Beginning on Sunday, sources in the House began to report that there would be an effort to pass a "sense of Congress" vote that the president did not comply with the Corker-Cardin
bill because the administration didn't turn over information about the side deals between the U.N. and Iran.Not surprisingly, the House GOP caucus doesn't want to vote on an agreement without knowing exactly what they are voting on.
Corker-Cardin was the bill passed and signed by the president months ago to allow for debate and vote on the Iran deal which was defined by Obama as an executive agreement (as opposed to a treaty). Unlike treaties, executive agreements usually do not need congressional approval and the Supreme Court has ruled in the past that it is the president who decides whether something is a treaty or an executive agreement.
A "sense of Congress" resolution saying Obama has not complied with Corker-Cardin would be the first step to filing a lawsuit to prevent implementation of the deal. But, until Wednesday evening, there was no hope of that resolution reaching the floor.
By Thursday afternoon, however, the resolution was passed and Speaker Boehner said legal action is “an option that’s very possible.” Privately, Congressional sources are saying a lawsuit is more than possible.
Two things happened to change the fate of the "sense of Congress" resolution. First was a revolt by House Republicans demanding that they do something more than simply vote on the resolution to disapprove the deal and allow Senate Democrats to filibuster (the Corker-Cardin requires the Congress to vote on whether they object to the Iran agreement as opposed to approving it).
The second thing that helped to change the fate of the resolution concerns Obamacare. On Wednesday evening, for the first time in the history of the United States, a federal court held that Congress has standing to sue the administration for stomping on its responsibilities as laid out in Article I of the Constitution (House vs. Burwell). This gave GOP house leadership confidence in their ability to mount another lawsuit.
Washington Post's Volokh Conspiracy blog concluding that the Burwell ruling did, indeed, create "a major and previously unanticipated opening for a congressional lawsuit challenging the [Iran Agreement]."
professor at Northwestern University School of Law, and an expert on constitutional and international law)
The legal argument is a little bit more subtle than the usual "Corker clock hasn't started" arguments. It begins in the usual place: the 60-day review process hasn't started because the Iran-IAEA side deals haven't been transmitted to Congress. But, the injury isn't just that waiving sanctions is illegal, which is the way the argument usually precedes. Instead, the Kontorovich argument is that Congress has been denied its ability to execute its responsibilities as laid out in Article I of the Constitution. Since the binding action on the Iran deal can only occur between Day 1 and Day 60 of the Corker "period of review," and since that clock hasn't started, and we're not in Day 1, Congress has been denied the ability to act on the deal.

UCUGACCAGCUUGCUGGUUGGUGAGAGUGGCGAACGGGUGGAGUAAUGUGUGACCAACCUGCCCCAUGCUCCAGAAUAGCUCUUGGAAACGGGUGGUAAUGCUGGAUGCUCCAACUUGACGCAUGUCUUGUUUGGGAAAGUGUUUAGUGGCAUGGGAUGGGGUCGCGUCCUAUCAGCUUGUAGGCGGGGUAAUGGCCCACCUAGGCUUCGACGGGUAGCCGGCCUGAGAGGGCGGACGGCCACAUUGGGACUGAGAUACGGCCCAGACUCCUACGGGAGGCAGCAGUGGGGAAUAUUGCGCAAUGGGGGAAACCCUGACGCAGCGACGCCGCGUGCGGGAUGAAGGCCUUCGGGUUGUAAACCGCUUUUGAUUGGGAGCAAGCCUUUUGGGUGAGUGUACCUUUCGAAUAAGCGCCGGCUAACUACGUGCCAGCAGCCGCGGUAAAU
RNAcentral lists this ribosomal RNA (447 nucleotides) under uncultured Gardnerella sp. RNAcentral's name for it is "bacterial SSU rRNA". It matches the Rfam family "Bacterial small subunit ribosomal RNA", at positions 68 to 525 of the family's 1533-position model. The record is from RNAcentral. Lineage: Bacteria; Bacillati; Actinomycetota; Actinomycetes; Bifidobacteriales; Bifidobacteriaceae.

To move ahead with their strategy the House is moving ahead with two bills and a resolution:
- H. Res. 411 –(The "sense of Congress" resolution) Finding that the President has not complied with section 2 of the Iran Nuclear Agreement Review Act of 2015 .
- H.R. 3460 –A bill to suspend until January 21, 2017, the authority of the President to waive, suspend, reduce, provide relief from, or otherwise limit the application of sanctions pursuant to an agreement related to the nuclear program of Iran.
- H.R. 3461 – While Corker-Cardin requires a negative vote---this will be a vote to approve the P5+1 deal which will put the Democrats on record as supporting the agreement. More importantly according to Kontorovich:
Congress should insist on not voting on anything labeled a “resolution of disapproval.” Indeed, Congress cannot competently act on a resolution of disapproval, both because such a resolution lacks any legal force until the period of review commences, and because they have been denied the relevant information necessary to fulfill their constitutional role.
Corker-Cardin was an unprecedented bill passed by Congress and, furthermore, suing the president is also not a usual event, therefore the fate of this strategy is very much up in the air, but it's going to be a very interesting process and crucial for preventing a nuclear Iran, something the P5+1 agreement fails at achieving.